The game also represented a chance to try new things and put players in new positions, stretching responsibilities to see what could work. Every one of the 19 players who dressed finished with at least one scoring stat, a goal or an assist. The Rush’s solid play as a unit allowed them to stretch their lead to 12-6 heading into the second half, as both teams continued to pile on turnovers.
The second half began in the same way, as Carroll threw the disc away, before Ottawa did the same. Hirst dropped a pass from Carroll, and then Jonathan Edwards recorded a block and finished the bookends as Carroll led him into the endzone; the sloppy play was a worthwhile microcosm of the entire game itself.
Another benefit from Justin Foord is his incredible pulling ability. Pinning Ottawa deep, Derek Alexander received the centering pass but then had no good options and threw the disc away. MacKenzie picked up, and the Rush quickly swung the disc near Ottawa’s endzone, before Foord punched it in to Lindquist to push Toronto ahead 14-6. Staying on, Foord pulled again, and the Rush actually had a chance after an Outlaws drop, but MacKenzie misplaced his throw. Ottawa methodically moved the disc down the field before Nick Boucher caught the Outlaws goal.
Toronto’s offence continued the trend of a throwaway before reclaiming the disc – this time on an impressive block from Ben Oort – and punching in the goal. Oort tossed the disc back to Yearwood before he broke towards the endzone and caught the bookends.
Ottawa’s offence held, despite throwing a turnover, and then Toronto mimicked them, doing the same as Carroll and MacKenzie recorded blocks for the offence. Toronto’s defence finally converted on an Outlaws drop on their first pass, as Anatoly Vasilyev threw an easy pass to Dan LaFrance to put Toronto ahead 17-8. The final point of the third quarter comprised half the quarter, saw four turnovers, and finished as the buzzer ended without a score for either side.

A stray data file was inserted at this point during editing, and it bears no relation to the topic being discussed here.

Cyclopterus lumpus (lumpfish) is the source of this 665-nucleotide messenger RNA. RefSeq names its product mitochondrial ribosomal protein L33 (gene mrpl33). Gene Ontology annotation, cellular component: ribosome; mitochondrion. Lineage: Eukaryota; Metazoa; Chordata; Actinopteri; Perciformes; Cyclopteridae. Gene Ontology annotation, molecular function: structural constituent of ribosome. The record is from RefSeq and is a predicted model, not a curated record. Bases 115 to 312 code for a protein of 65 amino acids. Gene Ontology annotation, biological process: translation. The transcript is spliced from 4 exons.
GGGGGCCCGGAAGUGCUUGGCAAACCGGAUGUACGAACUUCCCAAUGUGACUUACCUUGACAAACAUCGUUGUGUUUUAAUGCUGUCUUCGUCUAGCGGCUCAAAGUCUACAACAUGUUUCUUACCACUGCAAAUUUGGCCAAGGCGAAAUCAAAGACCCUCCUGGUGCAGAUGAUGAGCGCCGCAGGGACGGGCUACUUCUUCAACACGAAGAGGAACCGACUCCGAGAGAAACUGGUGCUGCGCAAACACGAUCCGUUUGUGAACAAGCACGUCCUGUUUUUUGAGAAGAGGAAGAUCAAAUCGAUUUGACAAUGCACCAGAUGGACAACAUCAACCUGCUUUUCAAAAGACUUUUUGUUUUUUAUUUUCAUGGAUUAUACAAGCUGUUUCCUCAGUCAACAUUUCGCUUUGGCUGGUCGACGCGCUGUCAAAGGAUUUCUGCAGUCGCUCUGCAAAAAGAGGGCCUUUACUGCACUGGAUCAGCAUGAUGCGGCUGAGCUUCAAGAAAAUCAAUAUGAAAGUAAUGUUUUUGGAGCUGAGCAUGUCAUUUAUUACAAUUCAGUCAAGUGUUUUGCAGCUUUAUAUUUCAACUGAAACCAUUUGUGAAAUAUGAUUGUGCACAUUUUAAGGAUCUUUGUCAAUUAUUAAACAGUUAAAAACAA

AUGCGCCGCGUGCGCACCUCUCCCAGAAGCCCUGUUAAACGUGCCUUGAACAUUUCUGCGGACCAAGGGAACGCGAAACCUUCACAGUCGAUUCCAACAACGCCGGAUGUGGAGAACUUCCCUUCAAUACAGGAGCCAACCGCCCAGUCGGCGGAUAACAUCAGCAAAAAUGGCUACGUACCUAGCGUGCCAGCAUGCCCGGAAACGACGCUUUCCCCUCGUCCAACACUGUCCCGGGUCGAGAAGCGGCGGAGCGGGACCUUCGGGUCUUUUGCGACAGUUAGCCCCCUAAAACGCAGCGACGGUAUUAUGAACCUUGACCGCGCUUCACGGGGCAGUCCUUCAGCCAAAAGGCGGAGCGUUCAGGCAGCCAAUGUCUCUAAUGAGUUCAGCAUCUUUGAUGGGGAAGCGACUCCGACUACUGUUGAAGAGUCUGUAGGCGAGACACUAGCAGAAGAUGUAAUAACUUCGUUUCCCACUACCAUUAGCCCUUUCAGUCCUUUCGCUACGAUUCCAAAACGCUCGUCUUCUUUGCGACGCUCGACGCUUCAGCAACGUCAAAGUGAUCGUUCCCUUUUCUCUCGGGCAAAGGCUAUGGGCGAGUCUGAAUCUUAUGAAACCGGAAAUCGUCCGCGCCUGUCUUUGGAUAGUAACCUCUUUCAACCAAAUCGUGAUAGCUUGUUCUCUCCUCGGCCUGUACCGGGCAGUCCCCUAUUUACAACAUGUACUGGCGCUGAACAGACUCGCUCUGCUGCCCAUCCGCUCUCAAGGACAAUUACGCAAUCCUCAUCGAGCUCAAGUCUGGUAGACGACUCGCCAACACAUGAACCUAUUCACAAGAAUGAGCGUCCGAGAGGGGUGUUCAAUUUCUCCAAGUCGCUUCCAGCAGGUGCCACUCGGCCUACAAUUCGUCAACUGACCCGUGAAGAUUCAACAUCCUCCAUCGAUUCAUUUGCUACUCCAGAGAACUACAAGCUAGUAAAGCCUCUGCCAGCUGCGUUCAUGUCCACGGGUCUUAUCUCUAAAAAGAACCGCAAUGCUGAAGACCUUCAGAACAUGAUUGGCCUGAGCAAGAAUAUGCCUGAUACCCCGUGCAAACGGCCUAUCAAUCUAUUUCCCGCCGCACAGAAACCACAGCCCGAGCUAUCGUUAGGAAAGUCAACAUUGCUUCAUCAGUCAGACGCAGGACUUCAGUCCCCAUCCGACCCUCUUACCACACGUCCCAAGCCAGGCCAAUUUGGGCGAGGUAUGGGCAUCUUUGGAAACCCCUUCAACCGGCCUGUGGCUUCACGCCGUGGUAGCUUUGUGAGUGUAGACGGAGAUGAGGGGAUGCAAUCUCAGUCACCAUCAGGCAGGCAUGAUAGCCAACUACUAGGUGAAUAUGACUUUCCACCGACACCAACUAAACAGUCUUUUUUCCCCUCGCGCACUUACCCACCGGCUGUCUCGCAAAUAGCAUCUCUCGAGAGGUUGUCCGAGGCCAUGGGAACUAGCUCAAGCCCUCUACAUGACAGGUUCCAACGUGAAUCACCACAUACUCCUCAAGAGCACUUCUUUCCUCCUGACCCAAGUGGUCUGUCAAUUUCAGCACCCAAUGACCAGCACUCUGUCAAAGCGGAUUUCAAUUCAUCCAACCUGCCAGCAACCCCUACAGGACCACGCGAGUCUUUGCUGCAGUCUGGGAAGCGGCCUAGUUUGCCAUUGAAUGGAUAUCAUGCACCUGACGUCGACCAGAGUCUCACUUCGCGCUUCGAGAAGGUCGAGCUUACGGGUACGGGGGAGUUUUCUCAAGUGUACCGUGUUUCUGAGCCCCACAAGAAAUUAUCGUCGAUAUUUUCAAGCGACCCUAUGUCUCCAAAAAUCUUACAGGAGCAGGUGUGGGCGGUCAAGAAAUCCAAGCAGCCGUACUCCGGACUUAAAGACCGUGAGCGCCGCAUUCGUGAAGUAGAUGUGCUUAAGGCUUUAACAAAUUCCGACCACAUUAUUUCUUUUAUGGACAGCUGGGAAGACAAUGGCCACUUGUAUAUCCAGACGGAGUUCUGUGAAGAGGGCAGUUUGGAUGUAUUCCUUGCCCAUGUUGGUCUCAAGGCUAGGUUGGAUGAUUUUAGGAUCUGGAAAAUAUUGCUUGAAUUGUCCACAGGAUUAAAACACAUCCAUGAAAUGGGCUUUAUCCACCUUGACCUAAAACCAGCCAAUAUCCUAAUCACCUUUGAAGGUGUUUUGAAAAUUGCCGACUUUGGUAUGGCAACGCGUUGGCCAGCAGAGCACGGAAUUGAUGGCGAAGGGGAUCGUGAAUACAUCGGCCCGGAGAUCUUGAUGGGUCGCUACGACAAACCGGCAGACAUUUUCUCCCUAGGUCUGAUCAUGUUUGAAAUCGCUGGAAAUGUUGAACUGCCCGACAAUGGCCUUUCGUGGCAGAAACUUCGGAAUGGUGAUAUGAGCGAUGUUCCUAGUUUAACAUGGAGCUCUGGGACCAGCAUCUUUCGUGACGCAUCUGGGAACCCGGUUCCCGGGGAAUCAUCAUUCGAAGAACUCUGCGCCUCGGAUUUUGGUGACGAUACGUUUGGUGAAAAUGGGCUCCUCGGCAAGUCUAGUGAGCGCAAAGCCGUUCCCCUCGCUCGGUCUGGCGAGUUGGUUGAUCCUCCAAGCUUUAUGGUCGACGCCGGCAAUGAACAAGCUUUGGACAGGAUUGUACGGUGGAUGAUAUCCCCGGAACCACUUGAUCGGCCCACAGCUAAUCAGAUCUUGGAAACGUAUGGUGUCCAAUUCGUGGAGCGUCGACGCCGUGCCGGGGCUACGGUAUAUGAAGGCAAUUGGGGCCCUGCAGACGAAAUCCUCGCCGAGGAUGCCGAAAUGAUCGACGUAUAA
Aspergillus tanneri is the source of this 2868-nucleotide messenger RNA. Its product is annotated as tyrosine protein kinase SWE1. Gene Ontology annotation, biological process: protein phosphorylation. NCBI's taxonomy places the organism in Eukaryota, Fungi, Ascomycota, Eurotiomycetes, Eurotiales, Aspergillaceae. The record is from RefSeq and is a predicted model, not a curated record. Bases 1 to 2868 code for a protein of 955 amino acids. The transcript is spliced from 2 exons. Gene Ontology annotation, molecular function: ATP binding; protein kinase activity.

The poor play of the game meant that the Rush offence actually turned the disc over on 9 separate possessions. One of those ended in an Outlaws break, and 8 ended in Rush scores despite the earlier turnover. Toronto was at least pleased with the defence played by the offensive lines. The Rush defence, on the other hand, scored 13 breaks in the route.
The final quarter actually cleaned up dramatically, at least for Toronto. Though Ottawa began the game with two clean offensive holds, they couldn’t continue their momentum. Toronto used a 4-0 run to pull ahead 22-10, and Ottawa had seemingly waived the white flag. Their defensive pressure was far slacker as the game ended, as Toronto only threw four turnovers in the entire quarter.
Toronto ended their regular season with an incredible push, assuring themselves of the AUDL’s top seed – with a better point differential than Dallas, despite the two teams sporting identical 13-1 records – if they are able to reach Championship Weekend in Madison. Toronto’s preparatory season has finally ended. In three weeks, Toronto will face the winner of the first divisional playoff game, which will take place between D.C and New York, or D.C and Montreal if New York manages to lose their final two games. After an incredible season, and this 26-13 shellacking of their provincial rivals, Toronto will be ready no matter whom they face.